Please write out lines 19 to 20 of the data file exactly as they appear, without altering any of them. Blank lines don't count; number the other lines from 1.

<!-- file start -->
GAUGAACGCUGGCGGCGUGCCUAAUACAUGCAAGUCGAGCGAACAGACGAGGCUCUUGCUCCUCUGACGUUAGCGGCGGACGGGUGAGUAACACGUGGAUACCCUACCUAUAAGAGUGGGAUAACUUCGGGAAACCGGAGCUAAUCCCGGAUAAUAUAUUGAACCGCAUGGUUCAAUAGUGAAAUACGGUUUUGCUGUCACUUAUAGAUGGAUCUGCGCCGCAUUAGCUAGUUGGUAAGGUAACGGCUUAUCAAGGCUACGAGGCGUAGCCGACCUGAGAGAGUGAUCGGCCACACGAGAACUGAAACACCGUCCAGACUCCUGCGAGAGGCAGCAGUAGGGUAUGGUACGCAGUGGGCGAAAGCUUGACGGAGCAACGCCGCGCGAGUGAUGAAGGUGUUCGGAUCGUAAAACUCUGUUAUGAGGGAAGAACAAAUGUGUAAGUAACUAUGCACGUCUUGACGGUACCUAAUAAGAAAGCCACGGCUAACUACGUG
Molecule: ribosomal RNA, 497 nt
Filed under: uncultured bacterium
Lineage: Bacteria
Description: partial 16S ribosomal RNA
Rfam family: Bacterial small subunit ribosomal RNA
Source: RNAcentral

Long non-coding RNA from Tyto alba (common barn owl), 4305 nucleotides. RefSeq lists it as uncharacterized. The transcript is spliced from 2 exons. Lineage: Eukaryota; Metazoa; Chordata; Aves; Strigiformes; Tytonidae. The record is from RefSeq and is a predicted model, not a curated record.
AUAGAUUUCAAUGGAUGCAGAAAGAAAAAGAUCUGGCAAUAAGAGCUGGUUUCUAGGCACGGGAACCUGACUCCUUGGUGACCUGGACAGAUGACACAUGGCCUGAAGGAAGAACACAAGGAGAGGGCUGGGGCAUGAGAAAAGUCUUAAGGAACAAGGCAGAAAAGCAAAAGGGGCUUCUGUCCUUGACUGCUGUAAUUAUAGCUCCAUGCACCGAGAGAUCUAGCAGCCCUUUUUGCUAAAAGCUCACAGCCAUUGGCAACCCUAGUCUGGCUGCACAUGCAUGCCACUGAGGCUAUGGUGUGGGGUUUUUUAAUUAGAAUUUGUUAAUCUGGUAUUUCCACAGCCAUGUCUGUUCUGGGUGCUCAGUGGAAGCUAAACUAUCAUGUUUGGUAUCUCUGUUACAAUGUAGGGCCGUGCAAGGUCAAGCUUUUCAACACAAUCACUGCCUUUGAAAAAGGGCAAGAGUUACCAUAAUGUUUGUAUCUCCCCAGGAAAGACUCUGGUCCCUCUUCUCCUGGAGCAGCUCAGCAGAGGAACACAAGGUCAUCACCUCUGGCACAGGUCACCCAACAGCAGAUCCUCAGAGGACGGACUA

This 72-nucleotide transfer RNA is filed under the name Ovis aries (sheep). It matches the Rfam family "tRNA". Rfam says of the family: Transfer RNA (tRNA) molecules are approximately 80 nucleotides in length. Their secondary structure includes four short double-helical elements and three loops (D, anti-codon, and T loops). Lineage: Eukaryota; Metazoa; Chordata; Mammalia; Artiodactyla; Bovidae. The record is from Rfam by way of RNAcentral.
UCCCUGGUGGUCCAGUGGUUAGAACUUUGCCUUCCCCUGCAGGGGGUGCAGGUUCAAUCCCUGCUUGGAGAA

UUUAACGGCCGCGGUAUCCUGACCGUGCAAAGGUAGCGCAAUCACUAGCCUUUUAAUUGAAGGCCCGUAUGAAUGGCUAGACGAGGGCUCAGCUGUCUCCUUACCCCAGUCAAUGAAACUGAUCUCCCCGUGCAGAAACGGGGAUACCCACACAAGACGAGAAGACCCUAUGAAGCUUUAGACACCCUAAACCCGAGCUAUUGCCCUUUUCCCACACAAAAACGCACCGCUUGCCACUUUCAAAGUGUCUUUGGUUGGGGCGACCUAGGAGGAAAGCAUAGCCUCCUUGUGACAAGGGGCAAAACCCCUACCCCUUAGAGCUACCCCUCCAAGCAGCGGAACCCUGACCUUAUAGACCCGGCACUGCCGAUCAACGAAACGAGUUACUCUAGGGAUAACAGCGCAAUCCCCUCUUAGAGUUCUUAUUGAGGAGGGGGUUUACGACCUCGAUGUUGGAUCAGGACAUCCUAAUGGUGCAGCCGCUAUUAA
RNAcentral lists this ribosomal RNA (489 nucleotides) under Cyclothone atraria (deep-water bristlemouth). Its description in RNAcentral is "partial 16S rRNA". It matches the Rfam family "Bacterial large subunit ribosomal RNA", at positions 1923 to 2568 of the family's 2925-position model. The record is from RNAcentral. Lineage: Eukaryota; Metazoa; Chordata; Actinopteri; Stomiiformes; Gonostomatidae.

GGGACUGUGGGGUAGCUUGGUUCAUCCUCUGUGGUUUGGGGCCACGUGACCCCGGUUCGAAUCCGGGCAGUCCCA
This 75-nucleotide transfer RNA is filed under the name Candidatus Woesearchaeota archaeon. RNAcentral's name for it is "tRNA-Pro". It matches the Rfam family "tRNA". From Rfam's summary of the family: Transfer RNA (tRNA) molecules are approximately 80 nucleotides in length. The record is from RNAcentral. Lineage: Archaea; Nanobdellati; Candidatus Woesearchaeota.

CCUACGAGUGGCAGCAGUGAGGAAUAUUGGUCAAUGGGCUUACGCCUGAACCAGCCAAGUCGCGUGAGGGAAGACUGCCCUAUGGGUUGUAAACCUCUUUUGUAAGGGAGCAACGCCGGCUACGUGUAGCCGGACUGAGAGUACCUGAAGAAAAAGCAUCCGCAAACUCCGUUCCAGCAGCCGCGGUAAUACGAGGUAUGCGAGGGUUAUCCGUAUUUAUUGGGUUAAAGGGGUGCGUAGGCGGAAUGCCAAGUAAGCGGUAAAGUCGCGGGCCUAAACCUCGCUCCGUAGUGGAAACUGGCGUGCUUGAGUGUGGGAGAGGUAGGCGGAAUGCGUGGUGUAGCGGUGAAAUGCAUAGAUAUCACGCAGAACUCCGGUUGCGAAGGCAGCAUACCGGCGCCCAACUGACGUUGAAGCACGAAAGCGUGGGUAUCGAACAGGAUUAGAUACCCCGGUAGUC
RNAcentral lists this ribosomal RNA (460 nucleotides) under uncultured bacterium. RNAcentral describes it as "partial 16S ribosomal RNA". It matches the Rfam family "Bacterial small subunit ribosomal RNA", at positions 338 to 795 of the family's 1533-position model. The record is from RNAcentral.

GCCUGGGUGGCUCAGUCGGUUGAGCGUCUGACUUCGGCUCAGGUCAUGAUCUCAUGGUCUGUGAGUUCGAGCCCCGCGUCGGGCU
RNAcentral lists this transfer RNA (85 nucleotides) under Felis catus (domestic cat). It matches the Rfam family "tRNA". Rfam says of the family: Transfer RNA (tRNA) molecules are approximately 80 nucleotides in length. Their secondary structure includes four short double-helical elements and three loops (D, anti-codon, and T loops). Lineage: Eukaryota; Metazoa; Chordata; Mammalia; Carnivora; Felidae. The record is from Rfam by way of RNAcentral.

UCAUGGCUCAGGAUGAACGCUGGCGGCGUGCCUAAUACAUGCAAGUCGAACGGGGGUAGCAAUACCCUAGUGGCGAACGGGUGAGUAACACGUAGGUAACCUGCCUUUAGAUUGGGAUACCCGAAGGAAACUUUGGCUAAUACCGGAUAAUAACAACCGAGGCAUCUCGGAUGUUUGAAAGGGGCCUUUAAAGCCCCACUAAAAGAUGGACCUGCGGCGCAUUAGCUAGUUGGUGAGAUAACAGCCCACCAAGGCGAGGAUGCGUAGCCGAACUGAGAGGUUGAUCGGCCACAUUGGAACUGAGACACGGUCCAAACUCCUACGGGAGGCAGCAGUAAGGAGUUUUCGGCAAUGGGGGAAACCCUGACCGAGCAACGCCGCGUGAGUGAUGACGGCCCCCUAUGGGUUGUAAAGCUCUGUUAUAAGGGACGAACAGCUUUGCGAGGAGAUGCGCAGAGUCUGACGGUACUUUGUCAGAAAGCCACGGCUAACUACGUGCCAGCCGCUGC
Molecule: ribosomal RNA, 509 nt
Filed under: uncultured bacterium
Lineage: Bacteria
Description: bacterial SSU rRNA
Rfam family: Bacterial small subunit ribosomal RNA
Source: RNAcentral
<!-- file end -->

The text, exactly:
RNAcentral lists this transfer RNA (85 nucleotides) under Felis catus (domestic cat). It matches the Rfam family "tRNA". Rfam says of the family: Transfer RNA (tRNA) molecules are approximately 80 nucleotides in length. Their secondary structure includes four short double-helical elements and three loops (D, anti-codon, and T loops). Lineage: Eukaryota; Metazoa; Chordata; Mammalia; Carnivora; Felidae. The record is from Rfam by way of RNAcentral.

UCAUGGCUCAGGAUGAACGCUGGCGGCGUGCCUAAUACAUGCAAGUCGAACGGGGGUAGCAAUACCCUAGUGGCGAACGGGUGAGUAACACGUAGGUAACCUGCCUUUAGAUUGGGAUACCCGAAGGAAACUUUGGCUAAUACCGGAUAAUAACAACCGAGGCAUCUCGGAUGUUUGAAAGGGGCCUUUAAAGCCCCACUAAAAGAUGGACCUGCGGCGCAUUAGCUAGUUGGUGAGAUAACAGCCCACCAAGGCGAGGAUGCGUAGCCGAACUGAGAGGUUGAUCGGCCACAUUGGAACUGAGACACGGUCCAAACUCCUACGGGAGGCAGCAGUAAGGAGUUUUCGGCAAUGGGGGAAACCCUGACCGAGCAACGCCGCGUGAGUGAUGACGGCCCCCUAUGGGUUGUAAAGCUCUGUUAUAAGGGACGAACAGCUUUGCGAGGAGAUGCGCAGAGUCUGACGGUACUUUGUCAGAAAGCCACGGCUAACUACGUGCCAGCCGCUGC